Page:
Fortunately most admirers of vocal art have a good sense of humor. Of course there have been many obvious attempts at comedy in singing going back to the acoustic recording of the Okey Laughing Record, but I've always found the funniest to be efforts of those who really thought they were good (at least they seemed sincere about it).
One of those was Madame Florence Foster Jenkins, born around 1868, so when these recordings were made about 1940 she must have been well into her sixth decade. She lived in Manhattan and had a wealthy husband who reportedly would not let her sing in public— but after he died she did so, usually giving recitals for invited friends. She even gave a concert in Carnegie Hall (Oct. 25, 1944), which was sold out. Madame Jenkins always would change costume several times during her concerts. Reports say when she appeared on the stage (which also contained a number of palm trees in addition to the piano) there would be applause—and laughter— and when all this died down she would begin singing only to have audience sounds again cover up her efforts. It didn't matter to her; she just kept going, oblivious to all the commotion. She said those in the audience who were disrupting her performace were placed there by jealous rival singers. One time, after a particularly well-received rendition of a song called Cavelitos in which she carried a basket of flower petals which she threw into the audience as she sang, the response demanded an encore—but she had no more flowers. So she and her regular accompaniest, Cosme McMoon (who never cracked a smile no matter that sounds the diva made), crawled around on stage to gather them so she could repeat her triumph. A magazine report of the time said certain members of the audience were almost hysterical at the sight of the matronly soprano on stage and began "pounding each other on the back as if demented." There are a number of amusing stories about her; it is said that one time she had a minor taxicab accident during which she "sang a higher "F" then ever before," to her delight—and she tipped the driver generously. Critic Robert Bagar of the New York World-Telegram wrote, "She was exceedingly happy in her work. It is a pity so few artists are. And the happiness was communicated as if by magic to her hearers..."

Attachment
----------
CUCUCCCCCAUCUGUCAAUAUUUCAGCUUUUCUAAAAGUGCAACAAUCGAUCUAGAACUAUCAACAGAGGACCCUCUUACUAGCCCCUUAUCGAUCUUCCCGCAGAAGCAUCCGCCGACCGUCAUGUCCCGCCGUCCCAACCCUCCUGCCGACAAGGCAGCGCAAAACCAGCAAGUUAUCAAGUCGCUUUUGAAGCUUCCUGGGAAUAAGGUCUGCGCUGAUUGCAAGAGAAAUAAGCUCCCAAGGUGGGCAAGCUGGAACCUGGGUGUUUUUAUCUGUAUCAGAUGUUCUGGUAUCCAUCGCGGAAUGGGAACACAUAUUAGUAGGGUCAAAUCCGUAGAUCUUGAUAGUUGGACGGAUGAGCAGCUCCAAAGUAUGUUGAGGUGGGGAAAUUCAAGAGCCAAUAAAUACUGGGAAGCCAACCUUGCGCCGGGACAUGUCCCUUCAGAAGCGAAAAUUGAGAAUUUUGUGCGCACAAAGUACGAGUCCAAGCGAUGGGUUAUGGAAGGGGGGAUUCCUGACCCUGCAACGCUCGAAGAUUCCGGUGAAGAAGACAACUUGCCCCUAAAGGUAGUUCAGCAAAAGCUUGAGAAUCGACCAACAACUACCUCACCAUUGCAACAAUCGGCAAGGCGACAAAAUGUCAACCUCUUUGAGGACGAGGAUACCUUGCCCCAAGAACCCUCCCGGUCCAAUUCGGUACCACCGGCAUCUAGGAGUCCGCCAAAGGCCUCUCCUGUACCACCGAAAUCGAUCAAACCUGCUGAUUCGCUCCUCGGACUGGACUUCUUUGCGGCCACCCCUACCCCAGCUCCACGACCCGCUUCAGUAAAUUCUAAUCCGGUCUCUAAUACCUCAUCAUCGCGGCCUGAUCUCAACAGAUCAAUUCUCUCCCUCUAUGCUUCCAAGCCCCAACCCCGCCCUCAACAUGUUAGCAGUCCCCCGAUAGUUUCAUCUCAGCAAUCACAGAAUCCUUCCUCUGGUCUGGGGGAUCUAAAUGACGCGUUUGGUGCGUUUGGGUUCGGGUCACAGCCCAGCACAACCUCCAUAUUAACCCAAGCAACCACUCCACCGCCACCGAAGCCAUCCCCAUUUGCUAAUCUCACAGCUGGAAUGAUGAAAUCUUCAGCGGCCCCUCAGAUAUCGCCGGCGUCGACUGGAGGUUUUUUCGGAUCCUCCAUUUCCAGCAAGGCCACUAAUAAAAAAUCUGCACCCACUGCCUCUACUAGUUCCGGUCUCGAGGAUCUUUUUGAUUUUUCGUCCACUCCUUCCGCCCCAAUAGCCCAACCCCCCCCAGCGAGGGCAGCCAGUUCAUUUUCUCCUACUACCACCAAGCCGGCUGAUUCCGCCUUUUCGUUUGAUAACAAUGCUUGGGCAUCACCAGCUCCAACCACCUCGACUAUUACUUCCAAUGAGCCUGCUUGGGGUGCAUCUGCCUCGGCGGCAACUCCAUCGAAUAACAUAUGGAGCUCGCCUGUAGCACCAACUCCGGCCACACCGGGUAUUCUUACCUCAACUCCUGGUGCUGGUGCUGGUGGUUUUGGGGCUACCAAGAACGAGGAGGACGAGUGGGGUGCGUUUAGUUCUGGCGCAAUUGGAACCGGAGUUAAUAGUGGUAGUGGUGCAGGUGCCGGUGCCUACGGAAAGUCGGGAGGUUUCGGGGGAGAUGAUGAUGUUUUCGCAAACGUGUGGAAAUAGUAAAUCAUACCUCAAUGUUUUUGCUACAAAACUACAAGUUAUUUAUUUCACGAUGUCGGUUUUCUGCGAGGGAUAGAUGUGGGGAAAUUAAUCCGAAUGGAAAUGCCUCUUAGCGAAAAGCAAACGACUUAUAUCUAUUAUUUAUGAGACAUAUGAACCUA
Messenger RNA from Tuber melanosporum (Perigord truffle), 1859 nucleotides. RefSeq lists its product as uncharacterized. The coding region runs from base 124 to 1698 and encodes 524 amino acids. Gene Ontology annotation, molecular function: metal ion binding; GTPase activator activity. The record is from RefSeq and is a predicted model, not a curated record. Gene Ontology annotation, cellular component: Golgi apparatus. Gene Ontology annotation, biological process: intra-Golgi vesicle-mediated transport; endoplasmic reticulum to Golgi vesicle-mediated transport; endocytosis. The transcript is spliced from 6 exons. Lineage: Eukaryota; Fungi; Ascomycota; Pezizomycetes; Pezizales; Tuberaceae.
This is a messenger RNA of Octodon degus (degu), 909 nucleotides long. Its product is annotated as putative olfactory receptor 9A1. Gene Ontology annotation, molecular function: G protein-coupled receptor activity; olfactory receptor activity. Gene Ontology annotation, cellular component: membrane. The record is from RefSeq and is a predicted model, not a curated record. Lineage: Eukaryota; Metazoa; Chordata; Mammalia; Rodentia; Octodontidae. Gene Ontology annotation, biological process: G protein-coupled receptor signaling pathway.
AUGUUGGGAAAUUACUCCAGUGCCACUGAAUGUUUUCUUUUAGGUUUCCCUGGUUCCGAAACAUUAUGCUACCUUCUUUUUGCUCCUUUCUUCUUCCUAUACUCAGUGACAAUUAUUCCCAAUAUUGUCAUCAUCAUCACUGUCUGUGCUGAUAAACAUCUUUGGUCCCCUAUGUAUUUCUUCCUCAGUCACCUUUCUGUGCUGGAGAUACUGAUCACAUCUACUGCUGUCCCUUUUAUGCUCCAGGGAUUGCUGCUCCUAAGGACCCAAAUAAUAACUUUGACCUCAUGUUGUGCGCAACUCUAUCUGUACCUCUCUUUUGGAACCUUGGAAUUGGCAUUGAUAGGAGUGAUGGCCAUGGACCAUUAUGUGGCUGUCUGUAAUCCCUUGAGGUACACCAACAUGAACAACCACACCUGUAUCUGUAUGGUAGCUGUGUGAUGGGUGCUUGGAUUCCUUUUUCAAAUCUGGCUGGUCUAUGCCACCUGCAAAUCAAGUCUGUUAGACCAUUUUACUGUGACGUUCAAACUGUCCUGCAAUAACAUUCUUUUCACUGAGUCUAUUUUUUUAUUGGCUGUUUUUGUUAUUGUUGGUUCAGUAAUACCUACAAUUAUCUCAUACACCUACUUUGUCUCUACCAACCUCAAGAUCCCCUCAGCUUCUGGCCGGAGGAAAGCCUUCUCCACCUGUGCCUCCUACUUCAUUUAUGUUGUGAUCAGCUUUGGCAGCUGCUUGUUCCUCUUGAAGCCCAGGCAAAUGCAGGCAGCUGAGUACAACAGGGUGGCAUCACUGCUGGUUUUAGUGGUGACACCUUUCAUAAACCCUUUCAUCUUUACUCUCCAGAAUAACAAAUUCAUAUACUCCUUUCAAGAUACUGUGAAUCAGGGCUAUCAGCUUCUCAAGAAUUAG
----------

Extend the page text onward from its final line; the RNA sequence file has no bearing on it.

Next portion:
Jenkins made a series of recordings at the New York Melotone Recording Studios at 25 Central Park West, with the intention of selling them to her friends and admirers. The first test record was the "Queen of the Night" aria from Mozart's Magic Flute. When she arrived at home she listened carefully to a test pressing and called the studio saying she had concern about "one note." They told her she need not concern herself about any "one note" and, thus assured, she permitted this to be used as the master. It is one of the funniest recordings ever made. There are only nine Jenkins recordings, a few have been quite rare, and all are to be found on this fascinating Naxos CD, in very fine transfers by David Lennick. All of the performances are a hoot indeed, particularly Adele's Laughing Song from Die Fledermaus, the Bell Song from Lakme, Biassy (which is sung in Russian!), and the very rare Valse Caressante in which there is a major flute obligatto—with hilarious results. RCA had the rights to these recordings and issued most of them on LP, later on CD (61175 - "The Glory (????) of the Human Voice"), long out of print.
Naxos has coupled the Jenkins performances (which take about 34 minutes) with other "comic" and unusual recordings, some of limited interest. Josephine Tumminia does a weird coloratura takeoff of The Blue Danube, and it's a delight to hear the repartee between Jimmy Durante and Helen Traubel. But Jeanette MacDonald is simply awful in The Fireman's Bride, and Lauritz Melchior's stilted singing of Please Don't Say No is an embarassment. They should have included A Faust Travesty (with soprano Jenny Williams and baritone Thomas Burns in excerpts from Gounod's opera sung in English, which was on the RCA CD), or perhaps some of the dreadful RCA recordings by Margaret Truman.
Critic Robert Bagar of the New York World-Telegram write, "She was exceedingly happy in her work. It is a pity so few artists are. And the happiness was communicated as if by magic to her hearers..."
This CD is guaranteed to bring you much pleasure. Hats off to Naxos for making these remarkable performances available.
R.E.B. (September 2003)